Denmark is a pretty good place to raise children.
Working hours are short, and it’s perfectly OK to leave work at 3 or 4 o’clock to pick up your kids. There’s a good system for early childhood health. A nurse visits your home when your child is a baby. Later, there are regular checkups with a doctor.If your child has the sniffles, you can take off work and stay home with her. The first two days are paid time off.
And, of course, there’s the day care system. It’s not free, but it’s reasonably priced, and it’s nice to be able to drop off your kid in a safe place with trained people while you go to work.
In some countries, there’s a lot of controversy about whether very young children should be in day care or at home with their parents. Not in Denmark. 97% of kids go to day care, even the children of the Royal Family. Even the future king, currently known as ten-year-old Prince Christian, went to day care.
Everyone goes to day care partly because the Danish tax structure means both parents have to go to work.
Day care is social engineering
But Danish day care is also social engineering. It’s about creating that equality and community spirit that everyone prizes in Denmark. Day care is the first step in making your child more Danish than wherever you come from.
The famous Jante Law is introduced in day care. The Jante Law being you are not allowed to be better than anyone else, and you should be ashamed if you’re trying to be. In Denmark, ambition is embarrassing.
For example, one day I was there to pick up my daughter, and since it was a spring day and she wasn’t finished with her sand castle, I sat on the edge of the sandbox and waited. There was a little boy there who was just starting to take his first steps, holding on to the side of the sandbox. I got really excited. I said, Come on, you can do it! You’re good at this! Good boy!
One of the Danish daycare supervisors came over shaking her head. She said, “I think he knows he’s good at walking.”
No competition in education
The Jante Law is part of all Danish education. There’s no elite education here, no advanced, or gifted and talented programs. If you child is better than the others at a certain subject, his job is to help the students who are not as good.
If you come from a very competitive society – the US, the UK, China, India – that can be a bit of a shock. There’s no competition in Danish education. The kids work in groups. There are no competitive schools you have to fight to get into. There’s almost no standardized testing until the kids are 15 or 16. And there are relatively few tests within the daily school lessons.
In Danish school, your child’s social life is considered what’s most important. Does she have friends? Can she get along with the other children in the class? Does he like to go to school? Does he fit in?
The idea is that if a child is socially comfortable in school, if he or she wants to go to school, then academic success will follow.
Kids don’t learn to read until age 8 or 9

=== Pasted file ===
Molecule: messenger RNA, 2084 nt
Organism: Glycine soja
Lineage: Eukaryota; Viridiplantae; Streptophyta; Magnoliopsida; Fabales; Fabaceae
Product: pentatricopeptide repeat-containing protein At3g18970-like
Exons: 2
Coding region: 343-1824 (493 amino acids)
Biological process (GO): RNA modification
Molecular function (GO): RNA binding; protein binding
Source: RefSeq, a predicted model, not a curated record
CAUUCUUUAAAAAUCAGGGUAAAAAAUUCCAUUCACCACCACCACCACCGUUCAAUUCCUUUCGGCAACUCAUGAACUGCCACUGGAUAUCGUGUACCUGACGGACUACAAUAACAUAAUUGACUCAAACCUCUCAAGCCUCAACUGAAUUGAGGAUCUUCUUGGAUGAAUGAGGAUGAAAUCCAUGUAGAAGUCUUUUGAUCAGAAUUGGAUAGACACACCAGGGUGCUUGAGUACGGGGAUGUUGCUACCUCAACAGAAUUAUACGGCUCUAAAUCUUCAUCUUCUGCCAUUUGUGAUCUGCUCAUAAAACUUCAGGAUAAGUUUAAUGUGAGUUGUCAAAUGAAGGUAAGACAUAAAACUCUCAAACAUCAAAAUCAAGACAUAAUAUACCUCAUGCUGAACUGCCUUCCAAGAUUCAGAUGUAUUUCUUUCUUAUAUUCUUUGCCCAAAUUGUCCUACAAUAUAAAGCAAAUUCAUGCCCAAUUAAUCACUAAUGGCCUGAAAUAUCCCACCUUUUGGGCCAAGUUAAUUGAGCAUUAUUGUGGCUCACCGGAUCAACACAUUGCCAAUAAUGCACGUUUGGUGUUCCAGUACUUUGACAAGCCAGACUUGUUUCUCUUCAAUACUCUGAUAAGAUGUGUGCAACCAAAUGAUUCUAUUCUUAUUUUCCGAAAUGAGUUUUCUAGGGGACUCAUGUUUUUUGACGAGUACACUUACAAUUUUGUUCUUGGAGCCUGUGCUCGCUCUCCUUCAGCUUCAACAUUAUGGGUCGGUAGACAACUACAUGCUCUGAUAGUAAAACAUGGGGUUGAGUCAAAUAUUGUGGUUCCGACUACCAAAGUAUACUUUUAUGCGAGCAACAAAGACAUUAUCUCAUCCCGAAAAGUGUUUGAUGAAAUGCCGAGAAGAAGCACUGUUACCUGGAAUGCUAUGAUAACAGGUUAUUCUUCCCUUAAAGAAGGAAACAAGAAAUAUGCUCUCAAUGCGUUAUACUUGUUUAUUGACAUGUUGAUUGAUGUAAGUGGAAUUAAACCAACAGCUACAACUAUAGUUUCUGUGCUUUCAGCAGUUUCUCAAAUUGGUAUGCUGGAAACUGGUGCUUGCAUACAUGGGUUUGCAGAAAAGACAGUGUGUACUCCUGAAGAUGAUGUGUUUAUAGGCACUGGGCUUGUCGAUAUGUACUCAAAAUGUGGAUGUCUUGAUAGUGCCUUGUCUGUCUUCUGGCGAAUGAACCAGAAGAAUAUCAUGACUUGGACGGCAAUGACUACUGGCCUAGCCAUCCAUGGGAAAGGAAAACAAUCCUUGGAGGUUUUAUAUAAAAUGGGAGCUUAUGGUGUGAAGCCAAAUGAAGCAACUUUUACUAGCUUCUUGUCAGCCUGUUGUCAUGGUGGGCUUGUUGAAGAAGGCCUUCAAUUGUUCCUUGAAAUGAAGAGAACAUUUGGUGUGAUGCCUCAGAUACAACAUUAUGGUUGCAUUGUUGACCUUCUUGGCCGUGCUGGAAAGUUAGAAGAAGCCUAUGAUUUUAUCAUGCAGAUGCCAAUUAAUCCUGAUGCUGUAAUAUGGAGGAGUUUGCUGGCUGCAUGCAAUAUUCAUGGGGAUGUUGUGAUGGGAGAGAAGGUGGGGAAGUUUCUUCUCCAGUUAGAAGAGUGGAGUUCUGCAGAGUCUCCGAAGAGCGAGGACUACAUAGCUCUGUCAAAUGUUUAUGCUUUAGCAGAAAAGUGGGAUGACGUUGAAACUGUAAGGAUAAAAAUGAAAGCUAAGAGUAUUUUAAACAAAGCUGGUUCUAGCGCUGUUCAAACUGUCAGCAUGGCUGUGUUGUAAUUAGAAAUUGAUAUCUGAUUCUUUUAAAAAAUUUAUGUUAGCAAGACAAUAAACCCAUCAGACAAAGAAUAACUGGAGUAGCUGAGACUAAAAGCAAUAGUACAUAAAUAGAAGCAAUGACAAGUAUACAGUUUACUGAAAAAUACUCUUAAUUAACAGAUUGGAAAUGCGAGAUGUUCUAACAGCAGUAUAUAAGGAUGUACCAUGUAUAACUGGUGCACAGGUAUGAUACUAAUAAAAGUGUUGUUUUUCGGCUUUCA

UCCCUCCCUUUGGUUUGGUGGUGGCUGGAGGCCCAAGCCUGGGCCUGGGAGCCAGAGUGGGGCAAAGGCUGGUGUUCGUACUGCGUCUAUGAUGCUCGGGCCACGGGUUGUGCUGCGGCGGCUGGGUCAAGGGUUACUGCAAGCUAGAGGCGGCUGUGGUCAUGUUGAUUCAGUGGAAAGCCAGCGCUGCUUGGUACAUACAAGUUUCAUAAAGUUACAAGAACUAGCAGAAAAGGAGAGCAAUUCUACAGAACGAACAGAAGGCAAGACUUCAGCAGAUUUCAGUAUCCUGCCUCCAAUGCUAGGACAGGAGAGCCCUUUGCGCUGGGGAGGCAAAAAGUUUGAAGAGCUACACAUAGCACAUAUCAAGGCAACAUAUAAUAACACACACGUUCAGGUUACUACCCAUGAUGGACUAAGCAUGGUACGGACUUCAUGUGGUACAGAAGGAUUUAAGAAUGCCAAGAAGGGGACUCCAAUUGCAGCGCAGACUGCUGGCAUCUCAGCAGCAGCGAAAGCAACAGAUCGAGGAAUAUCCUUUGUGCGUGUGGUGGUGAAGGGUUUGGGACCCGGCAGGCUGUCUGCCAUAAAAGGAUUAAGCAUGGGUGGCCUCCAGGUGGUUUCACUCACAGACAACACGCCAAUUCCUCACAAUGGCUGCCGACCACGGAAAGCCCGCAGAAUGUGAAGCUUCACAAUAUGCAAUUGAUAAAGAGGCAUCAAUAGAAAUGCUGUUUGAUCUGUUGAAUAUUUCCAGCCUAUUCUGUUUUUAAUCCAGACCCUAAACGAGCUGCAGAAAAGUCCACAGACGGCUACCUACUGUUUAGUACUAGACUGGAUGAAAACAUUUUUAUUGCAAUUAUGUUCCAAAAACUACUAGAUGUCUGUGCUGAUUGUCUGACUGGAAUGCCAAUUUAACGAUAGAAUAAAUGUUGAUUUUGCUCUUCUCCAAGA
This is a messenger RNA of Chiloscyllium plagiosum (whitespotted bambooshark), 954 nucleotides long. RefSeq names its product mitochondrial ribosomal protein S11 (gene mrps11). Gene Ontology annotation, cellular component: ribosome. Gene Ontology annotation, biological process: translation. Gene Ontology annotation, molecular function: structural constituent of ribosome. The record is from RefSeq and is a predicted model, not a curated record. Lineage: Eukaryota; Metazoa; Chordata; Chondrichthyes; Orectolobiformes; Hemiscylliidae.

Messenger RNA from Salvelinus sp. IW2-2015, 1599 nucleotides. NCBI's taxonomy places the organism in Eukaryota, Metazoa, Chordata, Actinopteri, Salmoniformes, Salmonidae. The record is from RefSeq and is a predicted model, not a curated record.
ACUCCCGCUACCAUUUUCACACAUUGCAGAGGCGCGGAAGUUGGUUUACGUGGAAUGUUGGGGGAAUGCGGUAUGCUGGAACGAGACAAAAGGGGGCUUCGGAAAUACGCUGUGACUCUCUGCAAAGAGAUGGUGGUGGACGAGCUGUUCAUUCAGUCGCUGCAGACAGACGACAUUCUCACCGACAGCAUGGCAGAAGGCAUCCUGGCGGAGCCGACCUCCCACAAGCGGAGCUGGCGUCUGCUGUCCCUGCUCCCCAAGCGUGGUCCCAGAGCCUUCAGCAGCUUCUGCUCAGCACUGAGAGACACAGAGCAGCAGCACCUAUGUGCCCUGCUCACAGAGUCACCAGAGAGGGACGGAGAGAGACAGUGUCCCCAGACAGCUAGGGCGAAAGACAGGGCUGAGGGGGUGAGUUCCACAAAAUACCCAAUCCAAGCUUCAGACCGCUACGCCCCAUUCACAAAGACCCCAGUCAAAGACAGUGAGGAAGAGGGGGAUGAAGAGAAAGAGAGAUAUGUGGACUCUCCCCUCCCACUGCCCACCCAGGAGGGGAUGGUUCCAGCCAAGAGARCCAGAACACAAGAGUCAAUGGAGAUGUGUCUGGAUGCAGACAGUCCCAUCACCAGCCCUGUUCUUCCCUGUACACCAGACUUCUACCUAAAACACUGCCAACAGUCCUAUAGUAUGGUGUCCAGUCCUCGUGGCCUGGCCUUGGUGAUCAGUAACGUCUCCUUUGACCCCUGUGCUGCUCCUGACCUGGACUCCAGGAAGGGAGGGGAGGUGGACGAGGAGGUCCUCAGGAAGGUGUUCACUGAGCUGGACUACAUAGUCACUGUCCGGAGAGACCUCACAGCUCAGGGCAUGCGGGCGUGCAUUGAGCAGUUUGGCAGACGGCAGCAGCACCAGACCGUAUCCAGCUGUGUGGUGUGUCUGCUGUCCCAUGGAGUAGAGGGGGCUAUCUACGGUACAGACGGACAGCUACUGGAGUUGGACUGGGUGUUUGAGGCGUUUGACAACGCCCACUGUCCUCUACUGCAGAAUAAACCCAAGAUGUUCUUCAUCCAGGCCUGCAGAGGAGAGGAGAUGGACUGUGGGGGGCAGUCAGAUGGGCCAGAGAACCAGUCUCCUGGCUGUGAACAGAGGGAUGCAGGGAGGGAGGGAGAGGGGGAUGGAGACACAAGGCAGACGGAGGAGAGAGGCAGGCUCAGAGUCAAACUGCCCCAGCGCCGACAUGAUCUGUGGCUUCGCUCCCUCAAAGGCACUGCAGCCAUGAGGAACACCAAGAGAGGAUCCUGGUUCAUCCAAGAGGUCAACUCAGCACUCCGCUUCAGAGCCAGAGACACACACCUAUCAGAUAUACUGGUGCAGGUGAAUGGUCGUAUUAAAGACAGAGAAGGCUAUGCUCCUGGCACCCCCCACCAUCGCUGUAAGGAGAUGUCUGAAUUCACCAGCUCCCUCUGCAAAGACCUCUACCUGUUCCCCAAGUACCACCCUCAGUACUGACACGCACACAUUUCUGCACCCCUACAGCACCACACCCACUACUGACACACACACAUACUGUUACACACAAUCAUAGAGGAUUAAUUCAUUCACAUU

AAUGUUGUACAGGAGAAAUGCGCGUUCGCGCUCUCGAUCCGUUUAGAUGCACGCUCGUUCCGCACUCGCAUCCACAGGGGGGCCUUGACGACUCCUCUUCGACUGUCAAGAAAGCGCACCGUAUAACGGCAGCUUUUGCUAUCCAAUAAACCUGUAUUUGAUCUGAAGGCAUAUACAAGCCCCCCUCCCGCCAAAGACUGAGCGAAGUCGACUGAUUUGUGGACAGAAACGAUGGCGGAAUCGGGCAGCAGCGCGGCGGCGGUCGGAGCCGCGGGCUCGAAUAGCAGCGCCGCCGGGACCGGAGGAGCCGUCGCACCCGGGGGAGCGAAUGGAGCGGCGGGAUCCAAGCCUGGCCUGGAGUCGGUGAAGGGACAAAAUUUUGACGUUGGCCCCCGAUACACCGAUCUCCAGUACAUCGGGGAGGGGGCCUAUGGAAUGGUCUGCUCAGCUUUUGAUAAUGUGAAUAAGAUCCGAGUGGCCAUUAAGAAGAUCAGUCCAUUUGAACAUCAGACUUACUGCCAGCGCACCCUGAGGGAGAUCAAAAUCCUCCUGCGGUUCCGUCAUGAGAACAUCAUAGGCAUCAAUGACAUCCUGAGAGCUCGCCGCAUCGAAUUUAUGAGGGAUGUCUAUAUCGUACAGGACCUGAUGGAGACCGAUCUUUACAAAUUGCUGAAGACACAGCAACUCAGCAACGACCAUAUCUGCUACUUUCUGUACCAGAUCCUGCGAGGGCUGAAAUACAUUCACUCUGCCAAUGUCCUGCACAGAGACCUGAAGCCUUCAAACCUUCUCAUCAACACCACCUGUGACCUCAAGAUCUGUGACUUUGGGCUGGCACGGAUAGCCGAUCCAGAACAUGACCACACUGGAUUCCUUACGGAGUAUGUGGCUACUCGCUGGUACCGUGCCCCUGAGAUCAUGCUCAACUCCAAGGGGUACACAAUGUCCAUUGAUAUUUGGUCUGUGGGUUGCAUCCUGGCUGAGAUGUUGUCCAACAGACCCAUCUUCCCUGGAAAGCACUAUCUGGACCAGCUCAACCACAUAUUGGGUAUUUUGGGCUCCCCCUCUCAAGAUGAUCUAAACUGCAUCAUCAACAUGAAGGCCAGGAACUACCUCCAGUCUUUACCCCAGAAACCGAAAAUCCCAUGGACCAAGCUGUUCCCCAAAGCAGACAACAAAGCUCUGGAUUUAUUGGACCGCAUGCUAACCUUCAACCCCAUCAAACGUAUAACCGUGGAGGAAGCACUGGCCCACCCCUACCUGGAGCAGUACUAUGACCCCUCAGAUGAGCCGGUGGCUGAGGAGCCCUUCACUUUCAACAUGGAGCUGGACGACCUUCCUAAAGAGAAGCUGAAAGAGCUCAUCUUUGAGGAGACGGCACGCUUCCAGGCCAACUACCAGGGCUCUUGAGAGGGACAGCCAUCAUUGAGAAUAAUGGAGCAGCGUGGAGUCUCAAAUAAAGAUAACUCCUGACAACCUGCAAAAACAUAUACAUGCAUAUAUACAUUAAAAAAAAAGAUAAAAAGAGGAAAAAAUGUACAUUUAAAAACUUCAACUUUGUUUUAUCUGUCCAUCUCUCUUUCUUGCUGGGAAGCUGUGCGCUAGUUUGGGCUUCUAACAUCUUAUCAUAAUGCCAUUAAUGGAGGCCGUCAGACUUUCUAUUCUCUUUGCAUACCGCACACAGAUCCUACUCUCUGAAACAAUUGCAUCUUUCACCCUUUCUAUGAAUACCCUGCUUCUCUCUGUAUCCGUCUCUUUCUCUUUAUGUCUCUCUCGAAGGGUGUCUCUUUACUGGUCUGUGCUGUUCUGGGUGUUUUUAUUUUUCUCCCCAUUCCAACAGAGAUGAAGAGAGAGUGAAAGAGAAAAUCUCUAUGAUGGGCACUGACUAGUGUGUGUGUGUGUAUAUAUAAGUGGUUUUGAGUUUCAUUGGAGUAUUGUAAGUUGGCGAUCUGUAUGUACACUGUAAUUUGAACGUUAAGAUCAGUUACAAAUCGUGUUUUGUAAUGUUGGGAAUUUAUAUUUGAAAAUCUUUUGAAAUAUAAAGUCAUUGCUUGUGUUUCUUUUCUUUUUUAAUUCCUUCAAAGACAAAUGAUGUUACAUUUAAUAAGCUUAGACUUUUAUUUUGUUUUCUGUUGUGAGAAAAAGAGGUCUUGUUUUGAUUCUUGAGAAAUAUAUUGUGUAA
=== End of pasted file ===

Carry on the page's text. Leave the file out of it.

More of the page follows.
Children in Danish schools don’t learn to read very well until they’re 8 or 9. This can be a little embarrassing if you go home for a visit. Your kid’s cousins of the same age are tearing through the third volume of Harry Potter while your kid can barely read the menu at McDonalds.
But they do catch up. Keep in mind that Denmark has one of the highest educational levels in the world, and is home to some really big biotech companies, medical research, high-end sound equipment companies. The system seems to work, on some level.
What’s more the children are very self-assured, and ready to take responsibility for themselves. Even when they’re very small, they’re expected to sort out their own problems to the extent they can, without intervention from adults. By age 10 it’s common for Danish children to take the public bus or train to and from school all by themselves.
I met a woman from India once, who had a sister who had immigrated to Denmark. They had sons about the same time. This woman’s son was raised in India, while her nephew was raised in Denmark.
The boys were now men in their early 20s, both at university, and according to this woman, her nephew raised in Denmark was much more mature, much more confident, much more able to run his own life. Her son was very good with the dry stuff of academics, but the nephew was pretty good too, and he was more of a well-rounded person.
So, if you raise kids in Denmark, you have to be ready to go with the flow. Of course you don’t have to give up your own culture entirely, but one of the ironies, I find, is that you end up teaching your child about your culture as you knew it, as opposed to the way the culture is now.
For example, we watch a lot of old American TV shows in my house – the shows I watched when I was a child. I Love Lucy. The Brady Bunch. They’re good shows, but my child gets a very old-fashioned version of American culture and American English.
I heard her saying something was ‘groovy’ the other day. I don’t think anyone in the U.S. has said ‘groovy’ since the 1970s.
I feel like I’m raising a child in contemporary Denmark, and in an America 40 years in the past.
Buy Kay’s books about Denmark on Amazon, Saxo, Google Books, Apple Books, Barnes & Noble Nook, or via our webshop.
Image mashup copyright Kay Xander Mellish 2022
Salam and Goddag: Muslims in Denmark